Various - The Best Of Cult Fiction

Ever since Pulp Fiction in the mid-nineties, soundtracks have taken on a new form by basing themselves on older themes or songs from a forgotten age. Capitalising in on the trend, This Is Cult Fiction and its many sequels culled together as many television or movie themes as it could muster, along with any older song that had been revitalised by a contemporary film.

Nearly ten years later, and The Best Of Cult Fiction is released on two discs, with the best cult television themes on one disc and cult movies themes on another. Musical connoisseurs would firstly question whether the selected cuts included on this compilation are originals or reproductions, as there is a fine difference. The fact is that most of the original film and television themes have since been re-recorded many, many times over the years due to licensing, quality or other reasons. This has resulted in a glut of film theme compilations flooding the market with many re-imagined workings of the themes included, with versions that appeared nowhere near the original product.

The themes appearing on The Best Of Cult Fiction are a mixture of original soundtrack cuts and very good reproductions. Disc one, a collection of cult television themes, seems to centre itself on some of the classic British shows of the sixties, seventies and eighties. Opening with Ron Grainer’s classic Dr. Who Theme, and quickly flying through time via such minor gems as Grange Hill Theme or kitsch sixties spy-actioners such as Man From U.N.C.L.E or Danger Man. There are thirty two television themes included, and the disc is certainly a good excuse to sit down and reminisce at one’s lost youth or at television nostalgia.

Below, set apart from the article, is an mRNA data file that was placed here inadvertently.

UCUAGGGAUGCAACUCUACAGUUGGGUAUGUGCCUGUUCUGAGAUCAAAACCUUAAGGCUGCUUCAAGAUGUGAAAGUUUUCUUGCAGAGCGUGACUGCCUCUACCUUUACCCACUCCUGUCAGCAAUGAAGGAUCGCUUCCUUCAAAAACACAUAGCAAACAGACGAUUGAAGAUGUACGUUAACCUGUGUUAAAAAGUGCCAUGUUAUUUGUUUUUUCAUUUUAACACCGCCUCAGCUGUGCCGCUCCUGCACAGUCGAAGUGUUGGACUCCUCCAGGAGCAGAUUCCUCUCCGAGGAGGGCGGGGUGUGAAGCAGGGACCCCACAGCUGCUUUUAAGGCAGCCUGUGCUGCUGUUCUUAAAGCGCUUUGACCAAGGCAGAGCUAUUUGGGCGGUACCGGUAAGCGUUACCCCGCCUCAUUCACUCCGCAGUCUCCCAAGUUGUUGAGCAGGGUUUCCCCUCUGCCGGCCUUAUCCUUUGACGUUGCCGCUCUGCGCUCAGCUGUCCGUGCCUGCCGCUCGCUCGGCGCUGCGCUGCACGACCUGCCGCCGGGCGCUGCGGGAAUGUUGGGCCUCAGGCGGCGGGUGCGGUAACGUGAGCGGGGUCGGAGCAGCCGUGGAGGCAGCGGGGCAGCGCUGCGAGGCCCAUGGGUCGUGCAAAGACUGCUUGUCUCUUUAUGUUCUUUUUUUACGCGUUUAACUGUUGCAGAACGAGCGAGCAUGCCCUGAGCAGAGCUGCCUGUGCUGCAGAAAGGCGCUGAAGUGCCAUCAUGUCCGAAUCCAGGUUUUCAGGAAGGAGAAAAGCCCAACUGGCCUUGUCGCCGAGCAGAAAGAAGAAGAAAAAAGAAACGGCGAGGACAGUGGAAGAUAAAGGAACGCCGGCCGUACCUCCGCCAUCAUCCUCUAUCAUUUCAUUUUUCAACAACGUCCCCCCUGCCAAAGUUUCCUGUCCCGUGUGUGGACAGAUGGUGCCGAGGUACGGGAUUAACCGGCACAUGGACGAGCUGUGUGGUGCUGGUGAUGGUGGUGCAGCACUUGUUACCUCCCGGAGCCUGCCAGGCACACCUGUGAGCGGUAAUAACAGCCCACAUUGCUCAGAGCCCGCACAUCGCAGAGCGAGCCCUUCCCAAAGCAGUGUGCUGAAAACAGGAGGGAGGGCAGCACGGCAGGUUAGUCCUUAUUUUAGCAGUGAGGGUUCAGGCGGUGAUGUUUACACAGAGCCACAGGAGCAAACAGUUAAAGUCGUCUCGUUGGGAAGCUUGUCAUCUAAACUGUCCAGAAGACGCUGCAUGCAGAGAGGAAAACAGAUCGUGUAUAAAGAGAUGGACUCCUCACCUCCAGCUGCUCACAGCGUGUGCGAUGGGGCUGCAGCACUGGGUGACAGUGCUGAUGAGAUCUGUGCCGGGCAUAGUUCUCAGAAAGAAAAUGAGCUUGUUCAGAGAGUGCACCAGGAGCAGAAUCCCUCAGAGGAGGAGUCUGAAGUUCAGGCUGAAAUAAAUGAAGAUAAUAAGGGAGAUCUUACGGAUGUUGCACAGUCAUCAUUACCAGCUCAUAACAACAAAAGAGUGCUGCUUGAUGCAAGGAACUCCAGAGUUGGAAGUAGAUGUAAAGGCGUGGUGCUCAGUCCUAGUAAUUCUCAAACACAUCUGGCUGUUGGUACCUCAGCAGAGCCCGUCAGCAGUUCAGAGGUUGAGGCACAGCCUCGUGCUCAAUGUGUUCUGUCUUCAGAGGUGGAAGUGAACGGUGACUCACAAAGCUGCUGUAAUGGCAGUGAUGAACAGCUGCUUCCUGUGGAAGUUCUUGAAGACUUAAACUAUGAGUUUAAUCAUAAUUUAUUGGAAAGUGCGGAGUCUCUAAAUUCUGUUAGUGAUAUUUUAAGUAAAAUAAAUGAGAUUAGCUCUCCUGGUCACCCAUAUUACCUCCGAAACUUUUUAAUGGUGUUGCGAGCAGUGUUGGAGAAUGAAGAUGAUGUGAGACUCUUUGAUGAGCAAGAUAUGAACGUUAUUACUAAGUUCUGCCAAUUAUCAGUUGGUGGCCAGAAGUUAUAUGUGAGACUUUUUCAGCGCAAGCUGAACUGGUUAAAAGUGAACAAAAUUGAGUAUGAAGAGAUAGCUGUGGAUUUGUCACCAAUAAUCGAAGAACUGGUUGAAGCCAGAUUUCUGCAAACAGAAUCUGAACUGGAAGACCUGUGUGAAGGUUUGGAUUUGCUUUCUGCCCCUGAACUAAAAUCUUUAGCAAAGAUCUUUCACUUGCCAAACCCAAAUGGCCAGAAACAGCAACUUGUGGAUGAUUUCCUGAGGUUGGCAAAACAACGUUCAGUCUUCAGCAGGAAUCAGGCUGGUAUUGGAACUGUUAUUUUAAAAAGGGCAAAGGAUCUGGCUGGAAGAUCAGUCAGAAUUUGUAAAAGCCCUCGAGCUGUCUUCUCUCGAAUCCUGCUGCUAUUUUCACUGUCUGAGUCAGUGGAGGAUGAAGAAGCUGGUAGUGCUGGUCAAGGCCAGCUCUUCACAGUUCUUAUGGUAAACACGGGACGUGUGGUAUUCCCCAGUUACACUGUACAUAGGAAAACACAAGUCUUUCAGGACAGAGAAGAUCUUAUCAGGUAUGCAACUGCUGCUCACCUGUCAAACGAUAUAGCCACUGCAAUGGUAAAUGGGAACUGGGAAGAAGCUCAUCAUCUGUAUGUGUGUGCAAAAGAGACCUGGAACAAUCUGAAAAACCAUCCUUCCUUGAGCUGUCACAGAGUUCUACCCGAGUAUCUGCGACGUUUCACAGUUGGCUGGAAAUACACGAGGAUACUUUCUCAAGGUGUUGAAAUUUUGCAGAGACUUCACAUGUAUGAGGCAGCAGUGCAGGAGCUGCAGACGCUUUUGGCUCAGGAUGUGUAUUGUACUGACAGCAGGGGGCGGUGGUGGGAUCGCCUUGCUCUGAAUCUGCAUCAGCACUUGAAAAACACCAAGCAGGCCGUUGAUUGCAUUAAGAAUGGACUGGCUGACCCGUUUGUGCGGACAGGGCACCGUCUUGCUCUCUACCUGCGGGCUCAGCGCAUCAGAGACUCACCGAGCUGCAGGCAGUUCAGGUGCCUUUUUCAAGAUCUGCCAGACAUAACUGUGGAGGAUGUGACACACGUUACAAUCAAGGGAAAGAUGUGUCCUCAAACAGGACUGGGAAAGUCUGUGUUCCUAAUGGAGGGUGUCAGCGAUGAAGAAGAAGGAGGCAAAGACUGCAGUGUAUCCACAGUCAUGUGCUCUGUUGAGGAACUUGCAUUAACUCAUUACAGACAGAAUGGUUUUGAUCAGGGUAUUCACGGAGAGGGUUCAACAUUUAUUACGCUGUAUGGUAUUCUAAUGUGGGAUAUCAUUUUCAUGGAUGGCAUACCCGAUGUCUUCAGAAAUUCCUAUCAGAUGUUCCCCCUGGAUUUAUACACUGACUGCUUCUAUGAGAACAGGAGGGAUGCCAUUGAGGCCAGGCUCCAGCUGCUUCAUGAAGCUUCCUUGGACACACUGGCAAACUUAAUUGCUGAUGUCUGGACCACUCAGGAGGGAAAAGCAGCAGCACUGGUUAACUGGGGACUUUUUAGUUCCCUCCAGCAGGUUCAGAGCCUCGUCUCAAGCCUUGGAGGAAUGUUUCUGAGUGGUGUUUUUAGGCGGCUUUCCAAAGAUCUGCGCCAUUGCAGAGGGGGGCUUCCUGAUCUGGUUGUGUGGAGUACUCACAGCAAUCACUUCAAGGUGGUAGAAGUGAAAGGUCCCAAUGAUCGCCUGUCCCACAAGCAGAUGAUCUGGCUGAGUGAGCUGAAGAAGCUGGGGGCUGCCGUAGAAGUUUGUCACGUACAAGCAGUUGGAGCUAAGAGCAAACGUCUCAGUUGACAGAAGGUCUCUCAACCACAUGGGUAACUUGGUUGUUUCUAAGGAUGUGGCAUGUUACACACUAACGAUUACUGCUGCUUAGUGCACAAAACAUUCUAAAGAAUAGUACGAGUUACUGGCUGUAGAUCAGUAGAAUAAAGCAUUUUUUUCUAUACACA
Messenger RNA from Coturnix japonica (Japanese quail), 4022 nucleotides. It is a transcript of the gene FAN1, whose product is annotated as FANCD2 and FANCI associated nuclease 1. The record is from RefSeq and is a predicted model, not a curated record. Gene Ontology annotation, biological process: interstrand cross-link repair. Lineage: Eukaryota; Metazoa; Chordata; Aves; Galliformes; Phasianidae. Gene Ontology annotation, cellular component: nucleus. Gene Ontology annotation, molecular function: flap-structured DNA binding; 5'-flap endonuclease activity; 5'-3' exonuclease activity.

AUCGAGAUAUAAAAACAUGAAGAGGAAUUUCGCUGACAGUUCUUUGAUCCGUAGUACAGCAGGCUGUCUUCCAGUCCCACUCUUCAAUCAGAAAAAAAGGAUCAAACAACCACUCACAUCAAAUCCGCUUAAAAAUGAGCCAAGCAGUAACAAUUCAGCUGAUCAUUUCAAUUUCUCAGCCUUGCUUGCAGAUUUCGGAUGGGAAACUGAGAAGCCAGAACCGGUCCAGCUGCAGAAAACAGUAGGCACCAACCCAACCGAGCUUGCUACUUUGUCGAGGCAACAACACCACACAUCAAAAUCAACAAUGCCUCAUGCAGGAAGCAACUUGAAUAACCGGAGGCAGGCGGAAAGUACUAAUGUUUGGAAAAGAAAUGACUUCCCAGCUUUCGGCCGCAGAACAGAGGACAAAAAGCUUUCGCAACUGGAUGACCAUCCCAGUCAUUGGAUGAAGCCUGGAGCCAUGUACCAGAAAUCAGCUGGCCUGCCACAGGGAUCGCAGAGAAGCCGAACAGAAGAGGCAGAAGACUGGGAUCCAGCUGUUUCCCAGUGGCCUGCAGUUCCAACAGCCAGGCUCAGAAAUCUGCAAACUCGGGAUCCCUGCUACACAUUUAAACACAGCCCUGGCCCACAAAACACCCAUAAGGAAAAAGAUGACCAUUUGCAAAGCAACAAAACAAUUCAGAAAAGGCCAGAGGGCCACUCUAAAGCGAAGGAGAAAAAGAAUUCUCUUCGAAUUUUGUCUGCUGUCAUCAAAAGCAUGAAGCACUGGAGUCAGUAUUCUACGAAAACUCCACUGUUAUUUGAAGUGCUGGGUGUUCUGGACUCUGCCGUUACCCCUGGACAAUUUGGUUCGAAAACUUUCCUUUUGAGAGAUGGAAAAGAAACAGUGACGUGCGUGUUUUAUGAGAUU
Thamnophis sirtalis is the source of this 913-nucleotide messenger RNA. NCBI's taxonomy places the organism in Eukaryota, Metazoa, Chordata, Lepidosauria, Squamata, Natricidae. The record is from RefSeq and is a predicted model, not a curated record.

The second disc, a collection of cult movie themes, is probably a stronger of the two discs, even if it seems to have been compiled as if trying to impress Quentin Tarantino. Song cuts from each of his film, even Kill Bill, can be found on the twenty-three tracks on offer, even if some original gems such as Ennio Morricone’s Fistful Of Dollars or Bernard Herrmann’s Taxi Driver are sprinkled throughout. Still, as a good one-stop-shop grab at collecting some decent movie themes, any compact disc with Little Green Bag, Across 110th Street and Suicide Is Painless is worth its weight in gold, even if the people that this collection may appear will probably already own the original soundtracks of each of the films in question.

Competition: For a chance to win one of five copies of 'The Best Of Cult Fiction', click here!



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